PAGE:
Decompression Dive Training Environments – Cave vs. Ocean vs. Inland
While some may think that decompression training is the same regardless of where the dives are conducted, that isn’t the case. It’s true that the theory is much the same. Advanced Nitrox/Decompression Procedures introduces divers to the basic principles of decompression. Basic (Normoxic) Trimix introduces divers to the basic principles of diving while breathing helium. And Advanced Trimix expands on these basic principles and prepares divers to go to deeper depths. There are different decompression models available for use. There are different methods of determining Equivalent Narcosis Depth. The physiology is the same. However, dive planning and execution can be quite varied dependent on where the dives are to take place.
Unless a diver is planning on “flying the computer”, something I don’t subscribe to, conducting decompression dives in a cave environment requires knowledge of the profile of the cave. It’s not as simple as descending to the maximum depth, staying at that depth for a designated period of time, then beginning the ascent with the planned decompression schedule. The hard floor and ceiling of the cave often dictates the dive profile. A direct descent and ascent may not be possible. There may be an extended period of time during the decompression schedule where you must stay at a specified depth because the ceiling prevents you from making an ascent. Sometimes the ceiling may even require you to descend 10-20 ffw after you have already started your decompression schedule! Planning decompression dives in a cave environment requires quite a bit of attention to detail. Respiratory minute volume must be known otherwise you may not even have enough gas to get to your planned destination. Swim pace must be known otherwise you may not get to your planned destination in the time you allotted. It’s not as simple the square profile diving typically done in ocean and inland bodies of open water.
However, in the ocean, there are other considerations that must be accounted for. While planning the dive may not be as involved as for a cave dive, environmental factors must be considered. What are ocean conditions like? Is the surface choppy, making entry into and exit from the water an issue? Is there a current that could blow you off the line and/or the dive site. Will the dive boat tie into the dive site or do a live drop and pick up? The dive can be done as a square profile, which is fairly easy to plan. However, the decompression portion of the dive my require a jon line to hang comfortably off the line, or a surface marker buoy to mark your location as you do a drifting decompression. Also, unlike in cave diving, you must keep your decompression cylinders with you rather than being able to drop them off at the beginning of your dive. While it’s always a good thing to be familiar with respiratory minute volume so that you know if you have enough gas to stay down for your planned time, it may not be necessary to effectively execute the dive. Once you get to your turn pressure, you simply being your ascent. There is no hard ceiling to prevent this. Also, if something goes wrong during the dive causing you to have to abort early, you can simply begin your ascent. In a cave environment, you must make your way back to open water before you can begin your ascent. None of these issues is seen in inland bodies of water.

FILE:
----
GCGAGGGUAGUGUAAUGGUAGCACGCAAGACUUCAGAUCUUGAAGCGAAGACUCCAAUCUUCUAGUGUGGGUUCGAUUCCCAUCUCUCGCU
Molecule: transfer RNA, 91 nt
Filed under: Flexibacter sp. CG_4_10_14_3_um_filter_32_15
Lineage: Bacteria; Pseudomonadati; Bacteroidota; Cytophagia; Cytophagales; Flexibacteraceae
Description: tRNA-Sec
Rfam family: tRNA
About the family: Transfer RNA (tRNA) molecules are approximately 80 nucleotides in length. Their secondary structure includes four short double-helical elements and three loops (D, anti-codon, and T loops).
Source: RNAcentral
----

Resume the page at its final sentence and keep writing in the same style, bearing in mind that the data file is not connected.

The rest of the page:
Inland bodies of water, such as lakes (with the exception of the Great Lakes), quarries, and sink holes, are fairly neutral environments. While there may be entanglement hazards, there are typically no currents, no rough surface conditions, no drifting decompression stops, no hard overheads. Dive planning involves planning for a square profile, heading out to the dive site, and executing the dive. Surface marker buoys will be deployed because all agencies require this skill, but it’s not necessary for the dive, just for the standards. The biggest issue with inland bodies of water is the decreased visibility, which actually makes the instructor’s job much more difficult because it’s not as easy to keep track of all the students. For the student, it’s an easy environment.
So where should decompression dive training take place? While the initial dives should take place in a neutral environment to introduce skills and ensure students are able to perform the skills, final dives during the various courses should be conducted in the environment the student will be doing most or all of their diving once training is completed. If the student will be diving in both cave and ocean environments, then dives should be conducted in both. However, to take a student through this type of training and only conduct the training dives in neutral inland environments is only doing a disservice to them. Remember, training prepares divers to dive in similar conditions as what they experienced during their courses. Therefore, training in a lake or quarry does not prepare a diver to dive in a cave or the ocean. When you prepare to do your decompression dive training, make sure your instructor is going to take you to dive sites that are similar to where you plan on diving. If you have to travel for your training, then do so. Don’t settle for mediocre training in a lake or quarry.
We offer technical dive training from Intro to Tech through Advanced Trimix. Our courses are conducted in caves for cave trained and certified divers and/or on the Oriskany or in South Florida.